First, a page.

What is remarkable about the 2019 Lok Sabha election is that the very nature of the contest is under contest.
On the face of it, the BJP is asking people to give Narendra Modi a second term as prime minister, while the Congress and other opposition parties are campaigning to topple him. Yet below the surface, the BJP is essentially running a presidential campaign in a parliamentary election, as if the Lok Sabha were an electoral college that will place Narendra Modi in the chief executive’s seat. This is not surprising. Having run a nearly presidential government for the past five years, Modi quite likely wants to continue in the same fashion.
If the BJP wins again India is quite likely to have a government that is parliamentary in form, but presidential in substance. This would be quite a radical departure from the constitutional scheme that sees the prime minister as the first among equals.
Unlike what many people have come to believe, members of the council of ministers (the cabinet) have complete authority over the ministries they head. The prime minister is the head of the council of ministers and chooses his or her cabinet colleagues, but the council as a whole is collectively responsible to the Lok Sabha. While some prime ministers, like Jawaharlal Nehru, Indira Gandhi and Narendra Modi, have dominated their cabinets, the Constitution does not envisage an all-powerful PMO that directs individual ministries on policy matters.
The relationship between the prime minister and his or her cabinet colleagues is not one where the latter are subordinates. Modi changed this in practice once he became the prime minister in 2014. The BJP’s election campaign promises the voter more of this should the party return to power.
It is, therefore, just as well that the Congress and other parties opposed to the BJP are not offering their own presidential candidate. Partly by design and partly due to circumstances, the fact that the opposition is not putting forth a strong, unequivocal prime ministerial candidate ensures that the election remains parliamentary, as it is meant to be.
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While the election rhetoric might suggest that this is a referendum on Modi as the BJP would have it, or a manifesto for a new welfare state that the Congress promises, the deeper choice is one between majoritarianism and redistribution. You can’t compare apples and oranges, but as voters, we’ll still have to choose between them. How will either of them tackle the smog of resentment, grievance and anxiety that has settled on the country over the past few years? How will either of them generate economic growth? Majoritarianism without growth will devour its own, while redistribution without growth will drive us to ruin. Days before the elections, we have no idea what the BJP, Congress and the others will do to restore economic growth.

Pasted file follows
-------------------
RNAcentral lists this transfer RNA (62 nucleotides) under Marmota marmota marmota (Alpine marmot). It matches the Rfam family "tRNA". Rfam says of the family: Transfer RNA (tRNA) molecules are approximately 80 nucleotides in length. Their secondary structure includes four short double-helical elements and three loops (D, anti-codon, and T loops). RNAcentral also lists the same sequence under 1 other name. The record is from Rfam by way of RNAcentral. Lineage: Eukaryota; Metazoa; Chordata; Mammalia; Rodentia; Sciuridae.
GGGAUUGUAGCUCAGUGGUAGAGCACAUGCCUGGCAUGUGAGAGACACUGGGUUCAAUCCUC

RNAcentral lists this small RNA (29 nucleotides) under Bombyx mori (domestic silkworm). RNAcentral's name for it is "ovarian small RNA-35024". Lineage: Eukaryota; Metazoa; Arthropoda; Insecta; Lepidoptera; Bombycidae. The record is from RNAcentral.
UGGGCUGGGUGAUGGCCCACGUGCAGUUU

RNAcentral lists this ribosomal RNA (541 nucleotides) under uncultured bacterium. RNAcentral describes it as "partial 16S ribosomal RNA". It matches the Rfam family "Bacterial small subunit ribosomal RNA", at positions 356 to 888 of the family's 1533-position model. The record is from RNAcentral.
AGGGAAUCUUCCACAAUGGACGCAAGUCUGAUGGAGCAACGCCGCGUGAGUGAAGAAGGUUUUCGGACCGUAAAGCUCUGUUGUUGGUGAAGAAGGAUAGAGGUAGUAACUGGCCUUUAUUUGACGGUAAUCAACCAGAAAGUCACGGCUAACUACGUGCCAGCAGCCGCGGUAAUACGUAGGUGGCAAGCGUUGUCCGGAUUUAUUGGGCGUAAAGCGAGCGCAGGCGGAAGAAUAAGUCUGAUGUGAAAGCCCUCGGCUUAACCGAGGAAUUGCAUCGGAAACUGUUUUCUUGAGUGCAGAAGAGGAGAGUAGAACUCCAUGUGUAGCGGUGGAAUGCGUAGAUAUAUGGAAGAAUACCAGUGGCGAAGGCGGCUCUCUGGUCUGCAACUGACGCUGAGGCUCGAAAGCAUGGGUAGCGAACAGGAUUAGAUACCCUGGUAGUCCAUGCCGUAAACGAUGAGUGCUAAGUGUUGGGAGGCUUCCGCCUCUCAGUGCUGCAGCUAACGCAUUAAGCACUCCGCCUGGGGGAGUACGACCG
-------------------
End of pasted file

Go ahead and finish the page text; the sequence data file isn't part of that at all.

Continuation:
India’s biggest short, medium and long-term challenge concerns jobs. The real scandal is not the lack of jobs data, but the lack of jobs. The required run rate is 20 million jobs per year; our best and current run rate is 2 million per year. In other words, we need a ten-fold jump in job creation. That is the only way we can address rural distress (by getting surplus rural labour out of agriculture), urban underemployment and provide meaningful occupations to the millions of people entering adulthood every year.
This is a challenge that is unprecedented in scale and scope and missing from the electoral debates. We are offered more nationalism and more redistribution: neither of which is a way to generate massive employment. We are like a patient who needs to select a surgeon to carry out a complicated operation, being asked to choose between a good-looking doctor and a guitar-playing one.
It is both lazy and irresponsible to conclude that all options are equally bad, so let’s just vote ‘none of the above’. That would be a cop-out. It could also put in place a government worse than we might have willfully chosen.
There is a local dimension to our political choices: In fact, it is on this that we actually exercise our franchise. Sending the best person, or the least worst person, on the ballot to the Lok Sabha is an important and useful thing to do, in itself.
Ultimately, there is also a moral dimension to our political choices, and it has an important role to play at these times.
The article was written before the Congress published its manifesto.
The author is the director of the Takshashila Institution, an independent centre for research and education in public policy.
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